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CSA Share Update for July 10th-13th!

Greetings all, Happy Saturday!

I hope that everyone had great Independence Day celebrations! We enjoyed an afternoon at the lake with friends and family, and it was great weather too!

Pardon the late CSA Share Update this week please; I try to make sure to get this information out on Fridays so our members can meal plan if they choose to. This week our Friday was really our Tuesday because of the holiday week rescheduling, so yesterday I was picking, packing and delivering CSA Shares. On a normal weekly basis, the update will be posted by Friday.

Was your CSA Share box hard to open this week because it was so full? It’s because in the beginning of the farm season when leafy greens are in harvest, the boxes seem more “full” than compared to in a few weeks when we won’t have as many options for greens to offer. The CSA Share size doesn’t necessarily refer to the fullness of the CSA Share, but the amount and quality of the varieties of produce that are included. Sorry if it was hard to open the boxes, it was hard to close them too! Some of the boxes are like trying to pack a Tetris puzzle because there is a lot to fit.

Today Ben is tilling the kohlrabi field and part of the lettuce patch, which is also prepping the soil for the next planting. We started muskmelon, zucchini, and cucumbers about a month ago in the greenhouse that are now ready to be transplanted into the field. After Ben finished tilling today, we will have to wait to plant until it rains, which is supposed to be Sunday night. The field in Zimmerman is not irrigated at all, relying on rain completely. This is not uncommon in our style of vegetable farming, which is much different than a monoculture farm that grows field corn or soybeans for instance with large overhead watering systems.

This week in your CSA Share: Red Romaine Lettuce, Swiss Chard, Kale, Zucchini, Red Radishes, Broccoli and BLUEBERRIES!

This will likely be the last week with romaine so please enjoy! We will continue to harvest swiss chard and kale into the mid-summer season, as they are not cold crops and continue to produce all season long unlike the lettuces.

Zucchini is one of our favorite vegetables in our house. We use it in baking, stir frys, salads, mixed roasted vegetables, even shishkabobs. You will notice that zucchini grows fairly clean, it grows upright from the center of the zucchini plant. We don’t ever wash zucchini in advance to putting it in the CSA Shares because if you get zucchini wet it will soften much quicker than if you didn’t wash it. Please wash all produce thoroughly.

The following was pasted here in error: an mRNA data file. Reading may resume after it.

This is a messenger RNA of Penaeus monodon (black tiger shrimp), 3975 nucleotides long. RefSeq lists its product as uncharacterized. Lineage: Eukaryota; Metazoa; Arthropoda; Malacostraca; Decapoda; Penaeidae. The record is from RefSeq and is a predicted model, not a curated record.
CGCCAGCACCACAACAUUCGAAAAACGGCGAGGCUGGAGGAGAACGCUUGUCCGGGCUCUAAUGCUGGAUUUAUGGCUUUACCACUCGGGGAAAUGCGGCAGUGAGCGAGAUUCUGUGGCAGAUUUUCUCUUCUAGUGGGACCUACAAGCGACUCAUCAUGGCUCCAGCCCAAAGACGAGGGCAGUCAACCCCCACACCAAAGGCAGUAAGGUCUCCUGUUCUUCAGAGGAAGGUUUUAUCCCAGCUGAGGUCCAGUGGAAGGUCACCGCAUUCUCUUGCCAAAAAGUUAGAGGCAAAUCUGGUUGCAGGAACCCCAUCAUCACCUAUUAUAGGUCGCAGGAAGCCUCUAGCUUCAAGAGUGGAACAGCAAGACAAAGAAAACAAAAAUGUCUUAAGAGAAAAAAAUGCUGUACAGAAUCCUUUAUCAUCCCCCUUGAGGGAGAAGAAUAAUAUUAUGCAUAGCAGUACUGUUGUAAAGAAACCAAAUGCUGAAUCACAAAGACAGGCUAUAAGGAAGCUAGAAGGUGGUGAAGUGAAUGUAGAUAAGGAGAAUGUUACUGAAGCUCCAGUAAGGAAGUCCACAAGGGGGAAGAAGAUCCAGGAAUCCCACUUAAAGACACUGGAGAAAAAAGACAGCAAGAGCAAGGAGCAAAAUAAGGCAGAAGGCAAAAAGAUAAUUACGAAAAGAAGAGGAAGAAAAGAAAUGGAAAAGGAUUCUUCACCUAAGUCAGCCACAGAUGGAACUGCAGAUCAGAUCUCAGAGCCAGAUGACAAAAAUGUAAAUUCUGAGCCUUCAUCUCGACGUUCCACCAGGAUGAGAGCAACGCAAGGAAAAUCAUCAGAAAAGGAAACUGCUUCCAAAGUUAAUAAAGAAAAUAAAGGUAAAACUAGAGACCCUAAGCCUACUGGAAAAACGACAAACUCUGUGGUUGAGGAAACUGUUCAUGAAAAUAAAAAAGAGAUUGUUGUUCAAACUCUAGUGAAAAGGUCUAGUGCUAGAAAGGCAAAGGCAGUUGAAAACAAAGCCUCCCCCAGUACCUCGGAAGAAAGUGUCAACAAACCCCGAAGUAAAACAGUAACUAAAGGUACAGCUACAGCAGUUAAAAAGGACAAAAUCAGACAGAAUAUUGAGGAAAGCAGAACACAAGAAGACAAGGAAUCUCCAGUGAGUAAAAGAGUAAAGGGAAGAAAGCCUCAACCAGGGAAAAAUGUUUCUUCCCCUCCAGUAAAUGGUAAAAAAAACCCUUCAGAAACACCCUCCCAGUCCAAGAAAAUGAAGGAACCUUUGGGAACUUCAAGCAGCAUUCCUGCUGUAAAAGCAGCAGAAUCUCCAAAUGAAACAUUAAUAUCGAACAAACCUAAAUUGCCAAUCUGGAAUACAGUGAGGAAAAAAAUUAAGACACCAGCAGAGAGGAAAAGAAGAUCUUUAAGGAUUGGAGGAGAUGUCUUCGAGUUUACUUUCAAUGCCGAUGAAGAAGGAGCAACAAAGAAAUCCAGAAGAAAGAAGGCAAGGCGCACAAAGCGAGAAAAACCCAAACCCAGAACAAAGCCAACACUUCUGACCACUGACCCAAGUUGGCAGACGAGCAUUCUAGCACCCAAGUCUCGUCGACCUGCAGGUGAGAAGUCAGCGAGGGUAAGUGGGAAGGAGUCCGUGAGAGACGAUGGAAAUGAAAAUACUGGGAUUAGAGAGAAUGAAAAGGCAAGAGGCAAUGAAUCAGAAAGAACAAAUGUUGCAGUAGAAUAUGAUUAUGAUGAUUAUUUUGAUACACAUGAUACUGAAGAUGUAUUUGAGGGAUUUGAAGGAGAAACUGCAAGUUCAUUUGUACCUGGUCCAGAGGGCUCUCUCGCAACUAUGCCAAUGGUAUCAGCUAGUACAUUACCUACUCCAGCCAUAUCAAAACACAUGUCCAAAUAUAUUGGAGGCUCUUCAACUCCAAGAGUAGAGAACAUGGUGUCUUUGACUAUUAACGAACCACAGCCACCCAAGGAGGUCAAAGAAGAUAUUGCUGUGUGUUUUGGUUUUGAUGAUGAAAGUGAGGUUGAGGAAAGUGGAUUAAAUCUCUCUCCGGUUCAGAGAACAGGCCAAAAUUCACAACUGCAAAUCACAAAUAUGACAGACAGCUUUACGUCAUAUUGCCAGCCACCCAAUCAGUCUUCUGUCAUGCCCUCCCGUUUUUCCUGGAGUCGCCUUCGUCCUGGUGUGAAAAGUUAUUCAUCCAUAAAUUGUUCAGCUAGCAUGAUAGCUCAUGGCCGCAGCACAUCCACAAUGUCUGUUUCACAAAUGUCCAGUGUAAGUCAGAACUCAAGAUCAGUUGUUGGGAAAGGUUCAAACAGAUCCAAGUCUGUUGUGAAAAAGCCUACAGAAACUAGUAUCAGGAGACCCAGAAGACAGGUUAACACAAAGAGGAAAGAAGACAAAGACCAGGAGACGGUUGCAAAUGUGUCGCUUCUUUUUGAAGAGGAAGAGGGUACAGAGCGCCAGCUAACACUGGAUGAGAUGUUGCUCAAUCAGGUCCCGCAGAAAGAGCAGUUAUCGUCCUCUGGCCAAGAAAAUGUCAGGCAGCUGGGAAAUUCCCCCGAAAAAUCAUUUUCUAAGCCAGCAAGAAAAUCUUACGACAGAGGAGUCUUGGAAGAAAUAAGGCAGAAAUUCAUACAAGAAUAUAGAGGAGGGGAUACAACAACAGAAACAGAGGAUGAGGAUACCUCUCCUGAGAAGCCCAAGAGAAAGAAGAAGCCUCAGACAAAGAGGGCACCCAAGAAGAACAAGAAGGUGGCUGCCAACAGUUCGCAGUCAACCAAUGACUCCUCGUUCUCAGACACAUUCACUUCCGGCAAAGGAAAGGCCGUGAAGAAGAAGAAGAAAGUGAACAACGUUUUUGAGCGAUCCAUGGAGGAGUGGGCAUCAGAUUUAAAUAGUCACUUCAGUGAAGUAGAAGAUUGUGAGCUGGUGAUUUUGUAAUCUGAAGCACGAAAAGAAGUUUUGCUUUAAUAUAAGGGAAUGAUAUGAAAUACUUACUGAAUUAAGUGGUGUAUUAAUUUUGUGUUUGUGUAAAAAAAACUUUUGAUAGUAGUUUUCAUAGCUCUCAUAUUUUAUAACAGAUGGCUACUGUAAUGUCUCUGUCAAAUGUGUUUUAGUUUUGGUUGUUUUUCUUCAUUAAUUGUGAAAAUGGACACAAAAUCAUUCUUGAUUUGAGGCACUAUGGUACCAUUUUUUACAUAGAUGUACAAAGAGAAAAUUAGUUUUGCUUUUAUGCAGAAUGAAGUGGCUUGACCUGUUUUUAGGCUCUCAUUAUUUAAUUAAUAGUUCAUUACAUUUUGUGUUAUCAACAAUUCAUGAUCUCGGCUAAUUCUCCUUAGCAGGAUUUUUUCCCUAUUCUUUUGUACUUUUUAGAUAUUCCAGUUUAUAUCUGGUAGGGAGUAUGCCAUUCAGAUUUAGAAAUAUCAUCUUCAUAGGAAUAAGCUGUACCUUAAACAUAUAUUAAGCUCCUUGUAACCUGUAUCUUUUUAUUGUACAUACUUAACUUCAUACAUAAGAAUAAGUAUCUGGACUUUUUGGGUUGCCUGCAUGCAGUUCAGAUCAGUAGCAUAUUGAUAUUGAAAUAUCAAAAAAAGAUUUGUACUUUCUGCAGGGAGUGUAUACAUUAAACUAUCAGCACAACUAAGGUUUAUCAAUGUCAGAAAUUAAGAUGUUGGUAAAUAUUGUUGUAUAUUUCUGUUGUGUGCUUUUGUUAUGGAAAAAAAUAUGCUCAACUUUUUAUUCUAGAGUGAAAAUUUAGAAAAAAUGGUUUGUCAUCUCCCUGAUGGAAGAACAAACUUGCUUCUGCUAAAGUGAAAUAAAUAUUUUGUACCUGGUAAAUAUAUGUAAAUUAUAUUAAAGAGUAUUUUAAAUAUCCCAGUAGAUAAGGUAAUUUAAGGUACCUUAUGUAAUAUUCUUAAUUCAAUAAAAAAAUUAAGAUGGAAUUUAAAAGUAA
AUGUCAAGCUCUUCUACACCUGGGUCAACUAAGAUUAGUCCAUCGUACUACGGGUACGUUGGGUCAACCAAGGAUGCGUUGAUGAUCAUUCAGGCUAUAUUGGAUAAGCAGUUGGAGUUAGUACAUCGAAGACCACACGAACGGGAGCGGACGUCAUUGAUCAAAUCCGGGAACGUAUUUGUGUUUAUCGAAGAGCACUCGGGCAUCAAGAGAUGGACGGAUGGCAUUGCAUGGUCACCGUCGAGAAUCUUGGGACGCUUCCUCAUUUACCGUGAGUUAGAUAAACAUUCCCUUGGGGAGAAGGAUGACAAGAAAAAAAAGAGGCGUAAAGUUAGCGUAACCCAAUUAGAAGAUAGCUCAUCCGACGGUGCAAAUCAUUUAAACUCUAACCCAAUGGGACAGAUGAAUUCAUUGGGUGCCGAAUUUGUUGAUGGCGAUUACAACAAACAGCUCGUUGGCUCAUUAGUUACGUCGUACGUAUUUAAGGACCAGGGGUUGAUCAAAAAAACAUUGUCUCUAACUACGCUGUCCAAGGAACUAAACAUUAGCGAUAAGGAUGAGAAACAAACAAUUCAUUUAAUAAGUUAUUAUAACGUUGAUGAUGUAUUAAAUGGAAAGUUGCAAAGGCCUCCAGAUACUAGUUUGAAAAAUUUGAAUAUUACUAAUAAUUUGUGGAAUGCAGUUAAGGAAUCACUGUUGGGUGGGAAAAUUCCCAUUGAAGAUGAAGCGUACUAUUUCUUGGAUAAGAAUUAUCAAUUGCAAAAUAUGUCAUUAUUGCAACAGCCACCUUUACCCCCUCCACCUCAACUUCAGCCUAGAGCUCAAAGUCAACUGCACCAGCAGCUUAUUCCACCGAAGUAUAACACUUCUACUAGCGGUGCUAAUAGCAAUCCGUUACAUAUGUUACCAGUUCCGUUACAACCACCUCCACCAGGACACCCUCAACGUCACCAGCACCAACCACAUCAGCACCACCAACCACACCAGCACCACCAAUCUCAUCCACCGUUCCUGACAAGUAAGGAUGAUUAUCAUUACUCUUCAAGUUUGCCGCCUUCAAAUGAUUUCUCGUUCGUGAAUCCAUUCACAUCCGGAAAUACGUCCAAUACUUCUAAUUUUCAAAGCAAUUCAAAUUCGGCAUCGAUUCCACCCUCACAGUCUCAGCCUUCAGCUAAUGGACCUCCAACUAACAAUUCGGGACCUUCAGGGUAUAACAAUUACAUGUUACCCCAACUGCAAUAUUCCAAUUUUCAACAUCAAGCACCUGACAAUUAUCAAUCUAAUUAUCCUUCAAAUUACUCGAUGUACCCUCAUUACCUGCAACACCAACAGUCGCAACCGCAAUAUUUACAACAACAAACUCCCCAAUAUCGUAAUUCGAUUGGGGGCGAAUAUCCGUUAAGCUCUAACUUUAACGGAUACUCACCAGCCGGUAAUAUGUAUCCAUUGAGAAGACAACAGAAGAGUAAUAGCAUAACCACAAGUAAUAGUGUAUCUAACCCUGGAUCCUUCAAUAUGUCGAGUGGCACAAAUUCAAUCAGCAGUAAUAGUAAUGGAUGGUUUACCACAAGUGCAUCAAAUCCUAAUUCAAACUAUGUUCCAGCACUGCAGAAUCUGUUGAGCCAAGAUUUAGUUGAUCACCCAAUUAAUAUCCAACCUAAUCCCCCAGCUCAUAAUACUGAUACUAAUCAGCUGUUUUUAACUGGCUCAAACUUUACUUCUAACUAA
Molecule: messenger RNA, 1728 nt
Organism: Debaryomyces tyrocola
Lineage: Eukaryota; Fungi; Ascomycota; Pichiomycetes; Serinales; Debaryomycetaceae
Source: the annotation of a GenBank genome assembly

Zucchini is a prolific producer, it is the one variety on the farm that we joke about being able to literally “watch it grow”. Many folks with home gardens will attest, if you don’t pick it every day the zucchini can double or triple in size overnight!

We will be purposefully picking zucchini at different sizes this season. While generally preferred when they are small or medium, the larger zucchini are beneficial for baking (shredding), fritters, or zucchini “boats” filled with sauce, cheese, even noodles, etc. Some even use the larger zucchini for vegetable lasagna in replacement of the traditional noodles! Just wanted to go over this so it isn’t a surprise in the season if your zucchini come big, small, or anywhere in between!

To keep zucchini, my book suggests refrigerating in the hydrator drawer for up to a 4-6 days. In my experience, it does last longer than a week in the fridge. Make sure not to wash zucchini until you are ready to use it.

When we decide what goes in the CSA Shares, we are trying to accommodate for all of our members, some who like certain produce varieties a lot, and others who don’t like it as much. Radishes are a great example, we have to accommodate for the folks who love them, but also for those who don’t. I hope our members know that I keep both preferences in mind when making decisions about what is getting packed each week. This will likely be the last week of radishes until the fall.

BLUEBERRIES! This is a seasonal treat that we are so excited to share! We are working with JQ Fruit farm from Princeton. It’s about 15 minutes from the field we farm in Zimmerman. Blueberries will store for up to 6 weeks if kept at about 40 degrees. Most refrigerators are at about 60 degrees, which will keep the blueberries for about 3 weeks, if they last that long!

They do also have a U-Pick berry option available at their farm. If you would like more berries and a fun outing, they have all of their hours listed on their website.

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